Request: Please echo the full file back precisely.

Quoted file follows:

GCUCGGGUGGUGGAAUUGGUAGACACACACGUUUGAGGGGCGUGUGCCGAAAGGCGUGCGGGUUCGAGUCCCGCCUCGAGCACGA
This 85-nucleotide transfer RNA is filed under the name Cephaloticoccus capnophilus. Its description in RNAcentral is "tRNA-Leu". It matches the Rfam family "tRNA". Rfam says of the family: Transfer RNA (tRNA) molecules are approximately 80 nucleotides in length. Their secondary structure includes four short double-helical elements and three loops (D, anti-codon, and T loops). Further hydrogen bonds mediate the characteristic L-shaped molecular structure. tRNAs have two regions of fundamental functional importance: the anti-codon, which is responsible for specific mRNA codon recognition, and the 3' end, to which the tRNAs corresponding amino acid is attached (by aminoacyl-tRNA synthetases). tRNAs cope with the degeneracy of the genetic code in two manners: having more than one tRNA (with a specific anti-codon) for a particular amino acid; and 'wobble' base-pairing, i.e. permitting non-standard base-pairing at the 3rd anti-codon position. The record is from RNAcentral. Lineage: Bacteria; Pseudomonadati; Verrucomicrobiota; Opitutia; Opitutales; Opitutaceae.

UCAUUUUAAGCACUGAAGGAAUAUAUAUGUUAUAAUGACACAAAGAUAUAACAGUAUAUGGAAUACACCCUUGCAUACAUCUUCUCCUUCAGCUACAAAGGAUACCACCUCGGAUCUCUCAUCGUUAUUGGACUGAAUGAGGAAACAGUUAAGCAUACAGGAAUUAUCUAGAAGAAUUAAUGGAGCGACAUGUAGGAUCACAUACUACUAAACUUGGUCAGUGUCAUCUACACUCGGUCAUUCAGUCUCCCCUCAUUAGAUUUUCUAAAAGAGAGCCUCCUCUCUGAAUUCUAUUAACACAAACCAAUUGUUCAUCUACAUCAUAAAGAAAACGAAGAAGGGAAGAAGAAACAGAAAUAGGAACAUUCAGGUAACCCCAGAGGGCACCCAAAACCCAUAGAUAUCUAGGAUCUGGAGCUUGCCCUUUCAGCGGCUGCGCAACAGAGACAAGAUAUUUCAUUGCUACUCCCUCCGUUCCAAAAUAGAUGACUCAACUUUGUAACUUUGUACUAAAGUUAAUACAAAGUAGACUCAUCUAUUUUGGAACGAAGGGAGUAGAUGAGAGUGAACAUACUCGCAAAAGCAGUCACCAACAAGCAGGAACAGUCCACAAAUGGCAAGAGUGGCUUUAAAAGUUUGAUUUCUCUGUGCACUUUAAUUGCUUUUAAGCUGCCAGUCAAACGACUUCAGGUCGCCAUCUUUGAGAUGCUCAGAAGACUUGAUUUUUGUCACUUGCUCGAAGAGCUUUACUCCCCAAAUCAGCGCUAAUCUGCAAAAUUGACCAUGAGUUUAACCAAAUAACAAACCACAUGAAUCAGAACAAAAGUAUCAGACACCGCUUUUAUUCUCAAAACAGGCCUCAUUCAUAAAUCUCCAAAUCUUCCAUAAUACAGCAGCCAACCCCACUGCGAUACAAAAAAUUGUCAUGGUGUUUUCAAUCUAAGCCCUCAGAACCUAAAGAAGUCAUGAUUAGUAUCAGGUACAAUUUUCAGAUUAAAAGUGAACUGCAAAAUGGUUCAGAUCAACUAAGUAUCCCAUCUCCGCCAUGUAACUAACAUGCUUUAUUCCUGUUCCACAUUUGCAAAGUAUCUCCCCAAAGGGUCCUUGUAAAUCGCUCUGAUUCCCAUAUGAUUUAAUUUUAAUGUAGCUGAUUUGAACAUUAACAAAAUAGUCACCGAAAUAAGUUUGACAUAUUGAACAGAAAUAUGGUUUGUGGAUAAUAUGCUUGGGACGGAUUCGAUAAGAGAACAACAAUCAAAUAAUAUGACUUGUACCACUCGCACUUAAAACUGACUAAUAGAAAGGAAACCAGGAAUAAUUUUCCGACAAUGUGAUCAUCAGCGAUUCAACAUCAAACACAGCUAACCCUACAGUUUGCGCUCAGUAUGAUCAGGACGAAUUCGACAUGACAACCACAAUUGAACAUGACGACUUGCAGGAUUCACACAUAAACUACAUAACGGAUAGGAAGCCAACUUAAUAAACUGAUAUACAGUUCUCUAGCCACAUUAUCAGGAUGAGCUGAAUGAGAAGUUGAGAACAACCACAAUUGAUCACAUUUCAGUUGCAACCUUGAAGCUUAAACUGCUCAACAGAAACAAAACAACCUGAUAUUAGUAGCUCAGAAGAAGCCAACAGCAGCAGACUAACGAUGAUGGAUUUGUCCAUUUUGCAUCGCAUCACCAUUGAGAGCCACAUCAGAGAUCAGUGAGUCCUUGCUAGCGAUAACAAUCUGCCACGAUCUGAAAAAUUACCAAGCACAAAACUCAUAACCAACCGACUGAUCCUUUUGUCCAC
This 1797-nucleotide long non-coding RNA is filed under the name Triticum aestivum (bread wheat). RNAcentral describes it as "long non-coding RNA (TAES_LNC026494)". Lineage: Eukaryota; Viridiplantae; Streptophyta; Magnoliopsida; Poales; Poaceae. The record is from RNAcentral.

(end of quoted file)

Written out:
GCUCGGGUGGUGGAAUUGGUAGACACACACGUUUGAGGGGCGUGUGCCGAAAGGCGUGCGGGUUCGAGUCCCGCCUCGAGCACGA
This 85-nucleotide transfer RNA is filed under the name Cephaloticoccus capnophilus. Its description in RNAcentral is "tRNA-Leu". It matches the Rfam family "tRNA". Rfam says of the family: Transfer RNA (tRNA) molecules are approximately 80 nucleotides in length. Their secondary structure includes four short double-helical elements and three loops (D, anti-codon, and T loops). Further hydrogen bonds mediate the characteristic L-shaped molecular structure. tRNAs have two regions of fundamental functional importance: the anti-codon, which is responsible for specific mRNA codon recognition, and the 3' end, to which the tRNAs corresponding amino acid is attached (by aminoacyl-tRNA synthetases). tRNAs cope with the degeneracy of the genetic code in two manners: having more than one tRNA (with a specific anti-codon) for a particular amino acid; and 'wobble' base-pairing, i.e. permitting non-standard base-pairing at the 3rd anti-codon position. The record is from RNAcentral. Lineage: Bacteria; Pseudomonadati; Verrucomicrobiota; Opitutia; Opitutales; Opitutaceae.

UCAUUUUAAGCACUGAAGGAAUAUAUAUGUUAUAAUGACACAAAGAUAUAACAGUAUAUGGAAUACACCCUUGCAUACAUCUUCUCCUUCAGCUACAAAGGAUACCACCUCGGAUCUCUCAUCGUUAUUGGACUGAAUGAGGAAACAGUUAAGCAUACAGGAAUUAUCUAGAAGAAUUAAUGGAGCGACAUGUAGGAUCACAUACUACUAAACUUGGUCAGUGUCAUCUACACUCGGUCAUUCAGUCUCCCCUCAUUAGAUUUUCUAAAAGAGAGCCUCCUCUCUGAAUUCUAUUAACACAAACCAAUUGUUCAUCUACAUCAUAAAGAAAACGAAGAAGGGAAGAAGAAACAGAAAUAGGAACAUUCAGGUAACCCCAGAGGGCACCCAAAACCCAUAGAUAUCUAGGAUCUGGAGCUUGCCCUUUCAGCGGCUGCGCAACAGAGACAAGAUAUUUCAUUGCUACUCCCUCCGUUCCAAAAUAGAUGACUCAACUUUGUAACUUUGUACUAAAGUUAAUACAAAGUAGACUCAUCUAUUUUGGAACGAAGGGAGUAGAUGAGAGUGAACAUACUCGCAAAAGCAGUCACCAACAAGCAGGAACAGUCCACAAAUGGCAAGAGUGGCUUUAAAAGUUUGAUUUCUCUGUGCACUUUAAUUGCUUUUAAGCUGCCAGUCAAACGACUUCAGGUCGCCAUCUUUGAGAUGCUCAGAAGACUUGAUUUUUGUCACUUGCUCGAAGAGCUUUACUCCCCAAAUCAGCGCUAAUCUGCAAAAUUGACCAUGAGUUUAACCAAAUAACAAACCACAUGAAUCAGAACAAAAGUAUCAGACACCGCUUUUAUUCUCAAAACAGGCCUCAUUCAUAAAUCUCCAAAUCUUCCAUAAUACAGCAGCCAACCCCACUGCGAUACAAAAAAUUGUCAUGGUGUUUUCAAUCUAAGCCCUCAGAACCUAAAGAAGUCAUGAUUAGUAUCAGGUACAAUUUUCAGAUUAAAAGUGAACUGCAAAAUGGUUCAGAUCAACUAAGUAUCCCAUCUCCGCCAUGUAACUAACAUGCUUUAUUCCUGUUCCACAUUUGCAAAGUAUCUCCCCAAAGGGUCCUUGUAAAUCGCUCUGAUUCCCAUAUGAUUUAAUUUUAAUGUAGCUGAUUUGAACAUUAACAAAAUAGUCACCGAAAUAAGUUUGACAUAUUGAACAGAAAUAUGGUUUGUGGAUAAUAUGCUUGGGACGGAUUCGAUAAGAGAACAACAAUCAAAUAAUAUGACUUGUACCACUCGCACUUAAAACUGACUAAUAGAAAGGAAACCAGGAAUAAUUUUCCGACAAUGUGAUCAUCAGCGAUUCAACAUCAAACACAGCUAACCCUACAGUUUGCGCUCAGUAUGAUCAGGACGAAUUCGACAUGACAACCACAAUUGAACAUGACGACUUGCAGGAUUCACACAUAAACUACAUAACGGAUAGGAAGCCAACUUAAUAAACUGAUAUACAGUUCUCUAGCCACAUUAUCAGGAUGAGCUGAAUGAGAAGUUGAGAACAACCACAAUUGAUCACAUUUCAGUUGCAACCUUGAAGCUUAAACUGCUCAACAGAAACAAAACAACCUGAUAUUAGUAGCUCAGAAGAAGCCAACAGCAGCAGACUAACGAUGAUGGAUUUGUCCAUUUUGCAUCGCAUCACCAUUGAGAGCCACAUCAGAGAUCAGUGAGUCCUUGCUAGCGAUAACAAUCUGCCACGAUCUGAAAAAUUACCAAGCACAAAACUCAUAACCAACCGACUGAUCCUUUUGUCCAC
This 1797-nucleotide long non-coding RNA is filed under the name Triticum aestivum (bread wheat). RNAcentral describes it as "long non-coding RNA (TAES_LNC026494)". Lineage: Eukaryota; Viridiplantae; Streptophyta; Magnoliopsida; Poales; Poaceae. The record is from RNAcentral.